As has been described in prior art--for example in DE-OS 32 45 411--it may be advantageous also for the process according to the invention and the zinc phosphate layers produced thereby, respectively, in a following process step to passivate the phosphate layers produced. Such a passivation, for example, may be effected with diluted chromic acid or mixtures of chromic and phosphoric acids. Therein the chromic acid concentration is generally between 0.01 and 1.0 g/l. A step of rinsing with water is employed between the phosphating and after-treating steps.
By means of the process according to the invention, there are produced zinc phosphate coatings having an areal density of the zinc phosphate layers of less than 2 g/m2, said zinc phosphate layers having a continuous fine crystalline structure and imparting a desirable, uniform, light grey appearance to the steel strip, which has been galvanized electrolytically and/or by melt immersion. A steel strip which has been thus phosphated can also be further processed without any subsequent application of a paint or varnish. In many deformation processes, the thin phosphate layers produced by employing the process according to the present invention exhibit improved properties over those of the phosphate layers produced by means of conventional processes and have a higher areal density. But, in addition, organic coatings which have been applied afterwards exhibit a clearly improved adhesion over prior art, during as well as after the deformation processes.
In a further preferred embodiment of the present invention, if an electrolytically galvanized steel strip is employed, an areal density within the range of from 0.7 to 1.6 g/m2 of the zinc phosphate layer is produced. If a steel strip is employed, which has been galvanized by melt immersion, the production of an areal density within the range of from 0.8 to 1.6 g/m2 of the zinc phosphate layer is to be emphasized as being particularly advantageous.
The process according to the invention allows the application of the zinc phosphate layer containing manganese and nickel by means of techniques known in the art such as spraying, immersion and/or spray-immersion, and more specifically combinations of said techniques.
In a preferred embodiment of the invention, the acid ratio in the use of an electrolytically galvanized steel strip, i.e the quotient of "total acid" to "free acid", is adjusted to within the range of from 25:1 to 10:1, and preferably to within the range of from 15:1 to 10:1.
A further embodiment of the present invention is characterized in that the content of NO3 - anions in the phosphating solutions is from 1.0 to 30 g/l.
The surface layers produced by means of the process of the invention are well usable in any field where phosphate coatings are used. One case of a particularly advantageous application is in the preparation of the metal surfaces for painting, and particularly for electro-dip-coating.
In the course of the conventional process sequence comprising the steps of:
1. Cleaning and degreasing: Use of surfactant-containing alkaline cleaning agents (such as RIDOLINEŽ C 72) by spraying at from 50° C. to 60° C. and treatment periods of from 5 to 20 seconds.
3. Activating: Use of agents containing titanium salt (such as FIXODINEŽ 950) by spraying at from 20° C. to 40° C. and treatment periods of from 2 to 4 seconds.
4. Phosphating: Composition see Table 1.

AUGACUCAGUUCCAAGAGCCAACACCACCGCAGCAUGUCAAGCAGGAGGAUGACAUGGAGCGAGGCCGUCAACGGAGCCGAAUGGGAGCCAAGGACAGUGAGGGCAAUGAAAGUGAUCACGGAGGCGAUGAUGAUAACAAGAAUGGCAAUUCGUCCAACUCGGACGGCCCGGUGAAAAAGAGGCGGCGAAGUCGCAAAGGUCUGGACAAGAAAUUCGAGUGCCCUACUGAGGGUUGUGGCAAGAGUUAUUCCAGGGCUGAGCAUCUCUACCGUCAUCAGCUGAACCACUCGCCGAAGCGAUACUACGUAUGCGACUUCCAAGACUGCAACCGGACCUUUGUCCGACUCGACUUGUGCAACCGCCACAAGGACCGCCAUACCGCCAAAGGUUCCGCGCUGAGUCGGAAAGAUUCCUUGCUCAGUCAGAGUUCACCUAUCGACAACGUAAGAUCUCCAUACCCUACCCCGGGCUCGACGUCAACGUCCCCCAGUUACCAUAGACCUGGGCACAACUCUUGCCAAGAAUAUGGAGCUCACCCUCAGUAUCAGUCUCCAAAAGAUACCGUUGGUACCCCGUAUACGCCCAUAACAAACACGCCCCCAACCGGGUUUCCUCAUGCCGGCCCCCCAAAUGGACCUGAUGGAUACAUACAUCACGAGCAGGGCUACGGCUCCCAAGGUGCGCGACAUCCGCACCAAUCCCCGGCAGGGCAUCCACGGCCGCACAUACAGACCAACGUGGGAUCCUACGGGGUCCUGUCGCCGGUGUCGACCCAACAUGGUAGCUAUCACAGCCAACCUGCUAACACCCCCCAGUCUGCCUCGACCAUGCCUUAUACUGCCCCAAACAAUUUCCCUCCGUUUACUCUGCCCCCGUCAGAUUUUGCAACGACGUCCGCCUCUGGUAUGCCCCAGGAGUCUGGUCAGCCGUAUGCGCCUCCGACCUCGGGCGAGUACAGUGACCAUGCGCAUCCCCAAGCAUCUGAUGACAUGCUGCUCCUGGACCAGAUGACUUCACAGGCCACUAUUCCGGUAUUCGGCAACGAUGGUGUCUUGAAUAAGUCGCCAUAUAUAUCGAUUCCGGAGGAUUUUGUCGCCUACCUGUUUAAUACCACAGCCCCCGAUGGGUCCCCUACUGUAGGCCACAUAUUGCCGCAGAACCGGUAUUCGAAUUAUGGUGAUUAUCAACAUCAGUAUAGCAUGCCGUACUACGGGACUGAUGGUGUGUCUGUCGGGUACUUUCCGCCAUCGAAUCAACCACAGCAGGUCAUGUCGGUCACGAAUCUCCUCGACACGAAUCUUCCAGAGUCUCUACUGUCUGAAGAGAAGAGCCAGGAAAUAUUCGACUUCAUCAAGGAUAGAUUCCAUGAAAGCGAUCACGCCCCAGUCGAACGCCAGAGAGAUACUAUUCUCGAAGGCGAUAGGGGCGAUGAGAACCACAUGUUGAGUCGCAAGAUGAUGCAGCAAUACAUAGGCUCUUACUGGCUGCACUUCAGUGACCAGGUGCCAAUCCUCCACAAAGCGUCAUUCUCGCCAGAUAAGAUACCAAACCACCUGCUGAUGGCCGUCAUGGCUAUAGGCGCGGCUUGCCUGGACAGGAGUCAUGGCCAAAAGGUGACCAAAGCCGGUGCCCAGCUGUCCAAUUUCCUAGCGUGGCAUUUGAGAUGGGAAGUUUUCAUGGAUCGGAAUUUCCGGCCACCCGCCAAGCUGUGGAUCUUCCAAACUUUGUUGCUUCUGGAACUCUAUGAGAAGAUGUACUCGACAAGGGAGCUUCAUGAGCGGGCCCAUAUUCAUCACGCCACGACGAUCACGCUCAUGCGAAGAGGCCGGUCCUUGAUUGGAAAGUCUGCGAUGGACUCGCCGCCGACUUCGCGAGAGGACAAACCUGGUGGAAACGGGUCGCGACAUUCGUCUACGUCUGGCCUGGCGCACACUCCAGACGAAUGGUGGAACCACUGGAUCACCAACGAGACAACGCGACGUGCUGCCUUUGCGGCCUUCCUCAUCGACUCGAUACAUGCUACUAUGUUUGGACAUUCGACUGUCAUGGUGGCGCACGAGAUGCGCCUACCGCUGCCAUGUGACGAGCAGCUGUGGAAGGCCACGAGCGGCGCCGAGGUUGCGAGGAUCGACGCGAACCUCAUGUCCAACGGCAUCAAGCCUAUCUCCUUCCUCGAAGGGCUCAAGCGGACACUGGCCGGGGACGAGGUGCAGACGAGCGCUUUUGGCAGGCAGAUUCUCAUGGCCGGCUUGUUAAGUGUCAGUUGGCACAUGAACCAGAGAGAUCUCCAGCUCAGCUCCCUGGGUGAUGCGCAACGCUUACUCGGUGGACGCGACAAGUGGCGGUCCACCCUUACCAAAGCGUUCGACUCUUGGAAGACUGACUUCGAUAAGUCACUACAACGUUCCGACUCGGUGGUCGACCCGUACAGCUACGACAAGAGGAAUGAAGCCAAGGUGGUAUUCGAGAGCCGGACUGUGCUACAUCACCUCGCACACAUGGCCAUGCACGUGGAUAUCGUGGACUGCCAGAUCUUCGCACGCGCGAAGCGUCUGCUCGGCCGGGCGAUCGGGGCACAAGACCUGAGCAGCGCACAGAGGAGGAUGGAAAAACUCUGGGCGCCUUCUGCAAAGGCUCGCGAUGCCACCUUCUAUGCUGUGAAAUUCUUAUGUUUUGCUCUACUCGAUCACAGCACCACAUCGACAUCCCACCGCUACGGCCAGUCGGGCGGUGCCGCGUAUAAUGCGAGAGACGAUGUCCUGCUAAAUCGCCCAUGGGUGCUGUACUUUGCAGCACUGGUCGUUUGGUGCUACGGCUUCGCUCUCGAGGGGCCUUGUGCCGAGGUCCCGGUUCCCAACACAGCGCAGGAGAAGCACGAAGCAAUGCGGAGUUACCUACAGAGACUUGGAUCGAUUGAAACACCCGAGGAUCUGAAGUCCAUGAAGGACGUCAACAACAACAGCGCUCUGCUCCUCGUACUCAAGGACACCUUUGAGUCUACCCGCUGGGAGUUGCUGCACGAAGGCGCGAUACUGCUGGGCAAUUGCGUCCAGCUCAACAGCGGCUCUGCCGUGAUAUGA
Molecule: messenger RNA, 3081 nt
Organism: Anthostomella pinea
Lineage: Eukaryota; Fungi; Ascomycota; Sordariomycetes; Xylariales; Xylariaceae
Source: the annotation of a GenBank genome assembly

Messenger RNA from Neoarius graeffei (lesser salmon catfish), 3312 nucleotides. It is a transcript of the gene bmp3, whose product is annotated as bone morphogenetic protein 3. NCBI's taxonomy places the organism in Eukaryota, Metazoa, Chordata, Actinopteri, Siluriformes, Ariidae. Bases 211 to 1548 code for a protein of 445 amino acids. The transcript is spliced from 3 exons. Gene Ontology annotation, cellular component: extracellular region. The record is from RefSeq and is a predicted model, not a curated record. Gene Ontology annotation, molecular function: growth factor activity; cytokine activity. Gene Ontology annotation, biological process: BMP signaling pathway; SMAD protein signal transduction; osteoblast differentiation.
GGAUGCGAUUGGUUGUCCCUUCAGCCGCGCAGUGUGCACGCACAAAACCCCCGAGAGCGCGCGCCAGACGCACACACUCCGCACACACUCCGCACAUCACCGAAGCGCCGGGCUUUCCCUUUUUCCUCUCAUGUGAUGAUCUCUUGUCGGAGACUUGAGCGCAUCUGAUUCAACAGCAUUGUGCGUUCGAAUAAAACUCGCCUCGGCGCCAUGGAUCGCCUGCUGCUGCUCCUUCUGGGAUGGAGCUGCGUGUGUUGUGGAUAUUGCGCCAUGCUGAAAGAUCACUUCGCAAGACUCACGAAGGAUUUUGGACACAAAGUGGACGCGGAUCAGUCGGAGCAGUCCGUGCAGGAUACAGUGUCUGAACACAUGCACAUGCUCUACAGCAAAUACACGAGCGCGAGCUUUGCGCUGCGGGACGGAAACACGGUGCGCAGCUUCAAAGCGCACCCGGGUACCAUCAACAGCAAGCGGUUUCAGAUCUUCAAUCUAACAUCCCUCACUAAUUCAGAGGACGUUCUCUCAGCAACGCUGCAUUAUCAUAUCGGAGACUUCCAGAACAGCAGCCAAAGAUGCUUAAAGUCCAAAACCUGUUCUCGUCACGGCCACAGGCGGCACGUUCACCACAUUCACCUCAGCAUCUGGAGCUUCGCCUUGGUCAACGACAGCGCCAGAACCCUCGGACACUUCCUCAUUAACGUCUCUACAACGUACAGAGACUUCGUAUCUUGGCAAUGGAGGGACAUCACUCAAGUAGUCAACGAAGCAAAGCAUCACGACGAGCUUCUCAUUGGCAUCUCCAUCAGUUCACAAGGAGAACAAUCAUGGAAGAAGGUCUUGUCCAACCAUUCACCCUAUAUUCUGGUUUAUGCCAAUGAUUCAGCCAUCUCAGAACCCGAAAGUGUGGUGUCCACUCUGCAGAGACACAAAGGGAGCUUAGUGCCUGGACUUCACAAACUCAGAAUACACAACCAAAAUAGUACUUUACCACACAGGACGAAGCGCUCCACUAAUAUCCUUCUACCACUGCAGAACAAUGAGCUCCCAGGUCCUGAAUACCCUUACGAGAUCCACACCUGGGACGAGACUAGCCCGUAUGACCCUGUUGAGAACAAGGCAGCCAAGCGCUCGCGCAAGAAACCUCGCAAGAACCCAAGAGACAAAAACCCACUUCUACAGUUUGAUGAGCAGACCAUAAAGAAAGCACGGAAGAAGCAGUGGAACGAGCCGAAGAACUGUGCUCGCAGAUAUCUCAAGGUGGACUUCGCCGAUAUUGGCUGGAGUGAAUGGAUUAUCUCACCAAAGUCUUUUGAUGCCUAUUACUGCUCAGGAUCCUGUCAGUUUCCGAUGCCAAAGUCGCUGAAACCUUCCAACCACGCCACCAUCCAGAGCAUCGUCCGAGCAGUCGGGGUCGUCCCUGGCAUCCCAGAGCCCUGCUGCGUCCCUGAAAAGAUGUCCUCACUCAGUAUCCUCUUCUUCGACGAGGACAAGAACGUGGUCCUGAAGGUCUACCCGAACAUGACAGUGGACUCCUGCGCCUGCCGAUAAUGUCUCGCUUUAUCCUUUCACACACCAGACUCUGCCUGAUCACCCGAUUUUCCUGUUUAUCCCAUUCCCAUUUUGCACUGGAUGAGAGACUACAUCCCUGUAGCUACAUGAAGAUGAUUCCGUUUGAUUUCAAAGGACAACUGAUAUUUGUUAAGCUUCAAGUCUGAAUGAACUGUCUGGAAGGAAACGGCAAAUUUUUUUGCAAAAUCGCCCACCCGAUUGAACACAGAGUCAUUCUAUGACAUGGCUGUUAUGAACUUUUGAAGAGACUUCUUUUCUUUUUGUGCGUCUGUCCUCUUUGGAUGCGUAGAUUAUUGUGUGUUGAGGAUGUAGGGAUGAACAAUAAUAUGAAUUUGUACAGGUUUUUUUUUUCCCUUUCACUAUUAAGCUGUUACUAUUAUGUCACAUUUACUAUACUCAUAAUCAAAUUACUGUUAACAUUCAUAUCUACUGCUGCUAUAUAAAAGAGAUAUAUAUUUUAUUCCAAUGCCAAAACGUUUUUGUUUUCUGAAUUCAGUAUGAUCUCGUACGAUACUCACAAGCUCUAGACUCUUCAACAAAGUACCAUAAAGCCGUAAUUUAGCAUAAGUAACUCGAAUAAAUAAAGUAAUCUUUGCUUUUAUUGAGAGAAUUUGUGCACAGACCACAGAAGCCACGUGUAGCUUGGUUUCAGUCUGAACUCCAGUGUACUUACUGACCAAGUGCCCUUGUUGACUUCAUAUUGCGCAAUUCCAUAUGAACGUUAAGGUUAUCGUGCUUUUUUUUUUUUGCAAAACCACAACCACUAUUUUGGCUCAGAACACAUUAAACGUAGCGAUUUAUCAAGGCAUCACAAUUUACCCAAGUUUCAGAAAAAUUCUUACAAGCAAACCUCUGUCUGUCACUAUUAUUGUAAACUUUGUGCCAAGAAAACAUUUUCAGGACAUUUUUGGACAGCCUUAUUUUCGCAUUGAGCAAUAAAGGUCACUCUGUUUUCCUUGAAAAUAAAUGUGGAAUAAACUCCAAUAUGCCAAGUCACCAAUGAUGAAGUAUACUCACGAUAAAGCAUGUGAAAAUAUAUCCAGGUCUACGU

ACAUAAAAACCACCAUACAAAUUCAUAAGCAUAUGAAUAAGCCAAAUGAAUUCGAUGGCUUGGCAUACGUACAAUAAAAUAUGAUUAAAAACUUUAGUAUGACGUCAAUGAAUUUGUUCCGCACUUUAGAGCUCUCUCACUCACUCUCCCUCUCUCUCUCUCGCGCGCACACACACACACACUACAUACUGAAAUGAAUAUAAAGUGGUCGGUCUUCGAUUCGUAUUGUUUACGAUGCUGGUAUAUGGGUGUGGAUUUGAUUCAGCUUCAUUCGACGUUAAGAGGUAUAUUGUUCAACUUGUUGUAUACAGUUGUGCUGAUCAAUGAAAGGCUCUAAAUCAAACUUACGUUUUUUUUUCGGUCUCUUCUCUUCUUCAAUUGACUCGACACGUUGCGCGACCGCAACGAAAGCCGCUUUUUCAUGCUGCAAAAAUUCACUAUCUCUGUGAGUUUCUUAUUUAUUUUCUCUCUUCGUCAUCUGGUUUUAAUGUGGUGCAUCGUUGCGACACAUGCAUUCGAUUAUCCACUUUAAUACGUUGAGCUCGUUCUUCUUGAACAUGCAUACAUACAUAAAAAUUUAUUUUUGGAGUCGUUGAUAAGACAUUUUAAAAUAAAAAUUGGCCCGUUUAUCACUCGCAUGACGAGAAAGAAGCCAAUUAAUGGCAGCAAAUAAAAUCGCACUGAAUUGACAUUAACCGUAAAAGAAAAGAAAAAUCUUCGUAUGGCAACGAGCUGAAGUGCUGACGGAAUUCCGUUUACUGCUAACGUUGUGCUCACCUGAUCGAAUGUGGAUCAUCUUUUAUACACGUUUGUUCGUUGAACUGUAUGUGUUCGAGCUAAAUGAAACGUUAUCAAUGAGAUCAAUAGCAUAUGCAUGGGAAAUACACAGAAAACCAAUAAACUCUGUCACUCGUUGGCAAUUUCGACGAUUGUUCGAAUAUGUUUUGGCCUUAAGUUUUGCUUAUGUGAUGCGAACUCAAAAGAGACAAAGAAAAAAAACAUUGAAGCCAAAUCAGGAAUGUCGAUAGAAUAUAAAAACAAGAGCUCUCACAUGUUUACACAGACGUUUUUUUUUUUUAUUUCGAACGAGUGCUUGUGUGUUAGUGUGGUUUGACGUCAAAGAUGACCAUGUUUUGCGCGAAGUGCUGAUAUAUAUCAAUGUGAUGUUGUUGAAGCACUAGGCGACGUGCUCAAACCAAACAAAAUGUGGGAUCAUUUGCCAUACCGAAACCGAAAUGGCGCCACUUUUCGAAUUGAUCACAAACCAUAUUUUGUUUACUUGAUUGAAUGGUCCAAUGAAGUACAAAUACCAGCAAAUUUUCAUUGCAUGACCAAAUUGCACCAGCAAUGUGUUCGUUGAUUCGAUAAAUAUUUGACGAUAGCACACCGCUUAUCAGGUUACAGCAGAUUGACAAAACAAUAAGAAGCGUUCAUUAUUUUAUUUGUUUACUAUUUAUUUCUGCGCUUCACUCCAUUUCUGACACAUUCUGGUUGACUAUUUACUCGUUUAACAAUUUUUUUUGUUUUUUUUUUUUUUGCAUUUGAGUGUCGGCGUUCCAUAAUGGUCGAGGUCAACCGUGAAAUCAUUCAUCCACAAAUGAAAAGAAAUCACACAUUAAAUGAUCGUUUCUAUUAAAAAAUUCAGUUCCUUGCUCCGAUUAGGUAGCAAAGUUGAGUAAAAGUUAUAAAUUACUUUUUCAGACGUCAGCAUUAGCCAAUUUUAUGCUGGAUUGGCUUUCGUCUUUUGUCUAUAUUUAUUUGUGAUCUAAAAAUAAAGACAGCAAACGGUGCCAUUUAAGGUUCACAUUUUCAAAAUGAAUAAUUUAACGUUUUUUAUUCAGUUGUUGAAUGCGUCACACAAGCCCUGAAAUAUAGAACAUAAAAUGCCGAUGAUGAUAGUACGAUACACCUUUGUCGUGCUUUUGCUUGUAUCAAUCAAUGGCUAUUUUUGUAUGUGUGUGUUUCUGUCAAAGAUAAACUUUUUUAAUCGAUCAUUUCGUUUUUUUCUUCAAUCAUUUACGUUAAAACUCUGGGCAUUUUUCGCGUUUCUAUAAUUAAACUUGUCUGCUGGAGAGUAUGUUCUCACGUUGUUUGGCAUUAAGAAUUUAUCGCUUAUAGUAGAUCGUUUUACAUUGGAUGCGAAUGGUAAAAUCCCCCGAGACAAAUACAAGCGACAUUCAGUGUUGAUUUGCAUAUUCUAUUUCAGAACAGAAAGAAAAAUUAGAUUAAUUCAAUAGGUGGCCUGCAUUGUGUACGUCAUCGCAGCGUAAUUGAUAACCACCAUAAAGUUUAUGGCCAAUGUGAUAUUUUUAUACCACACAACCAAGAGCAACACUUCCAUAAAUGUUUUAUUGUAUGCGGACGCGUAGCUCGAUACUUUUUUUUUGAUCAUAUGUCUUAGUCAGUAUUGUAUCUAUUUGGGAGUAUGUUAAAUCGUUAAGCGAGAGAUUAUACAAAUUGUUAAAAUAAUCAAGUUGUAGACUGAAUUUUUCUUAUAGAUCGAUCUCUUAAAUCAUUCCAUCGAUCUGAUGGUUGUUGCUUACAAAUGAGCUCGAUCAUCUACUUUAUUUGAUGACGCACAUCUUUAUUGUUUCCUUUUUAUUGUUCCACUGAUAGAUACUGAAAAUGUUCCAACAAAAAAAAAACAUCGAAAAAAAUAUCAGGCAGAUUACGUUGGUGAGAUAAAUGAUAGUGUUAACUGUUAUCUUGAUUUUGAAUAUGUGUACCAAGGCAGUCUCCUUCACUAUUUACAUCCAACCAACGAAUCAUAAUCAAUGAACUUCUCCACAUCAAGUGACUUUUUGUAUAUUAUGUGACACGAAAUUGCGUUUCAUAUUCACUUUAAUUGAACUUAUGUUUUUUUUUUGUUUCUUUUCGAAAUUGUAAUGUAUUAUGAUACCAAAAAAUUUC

6. After-passivation: Use of chromium-containing or chromium-free after-passivating agents (such as DEOXYLYTEŽ 41B or DEOXYLYTEŽ 80) by spraying or immersion at from 20° C. to 50° C. and treatment periods of from 2 to 6 seconds.
7. Squeegeeing: Supernatant liquid is removed without compaction of the layer by means of squeegee rollers.
8. Drying: The strip, after squeegeeing, is dried by means of its inherent heat.
the surface treatment was carried out with electrolytically galvanized steel (Zn layer thickness 7.5 μm on either side) and steel galvanized by melt immersion (Zn layer thickness 10 μm on either side).
Phosphate layers having an areal density of from 0.6 to 1.6 g/m2 were produced on electrolytically galvanized steel (ZE), and, on steel galvanized by melt-immersion (Z) phosphate layers having an areal density of from 0.8 to 1.6 g/m2 were produced.
The ions set forth in the following Table 1 were introduced into the phosphating solutions in the form of the following compounds:
Zn: as oxide or nitrate; Mn: as carbonate; Ni: as nitrate or phosphate; F: as hydrofluoric acid or sodium fluoride; PO4: as H3PO4 or nickel phosphate; NO3: as HNO3 or nickel nitrate.
For the preparation of the phosphating solutions, the above-mentioned compounds were dissolved in water in the amounts as reported for the respective ion species.
As the substrates to be phosphated, there were selected a steel electro-galvanized on both sides (7.5/7.5 μm of zinc) for examination by means of the VW Changing Climate Test P 1210 and a steel galvanized by melt immersion (10/10 μm of zinc) for the Salt Spray Test.
TABLE 1______________________________________ Composition of Phosphating Baths Examples ComparativeBath parameters 1 2 3 4 Example______________________________________FS1) (Points) 2.3 2.7 2.6 2.6 2.4GS2) (Points) 17 22 14 16 15Zn+2 g/l 0.5 0.5 0.5 0.5 0.9Mn+2 g/l 1.0 0.5 1.0 0.8 0.0Ni+2 g/l 0.6 0.2 0.8 0.6 0.2F- g/l 0.1 0.0 0.1 0.1 0.0PO4 -3 g/l 13.0 13.0 16.0 14.0 13.0NO3 - g/l 7.0 4.0 20.0 30.0 1.6Temp. °C. 55 58 60 58 56Time s 5 6 6 6 5______________________________________ 1) FS = Free Acid 2) GS = Total Acid
Typical layer analysis (quantitative analysis by atomic absorption spectroscopy, AAS) of the process on electrolytically galvanized steel:
______________________________________ Comparative Examples ExampleElement 1% 2% 3% 4% %______________________________________Manganese 5.1 3.9 4.5 5.7 0.0Nickel 0.6 0.2 0.8 0.4 0.1Zinc 40.5 40.8 38.6 40.4 45.9Mass* 1.0 1.1 0.9 1.0 1.2Surface light light light light medium grey grey grey grey grey______________________________________ *Average areal density according to DIN 50942 in g/m2.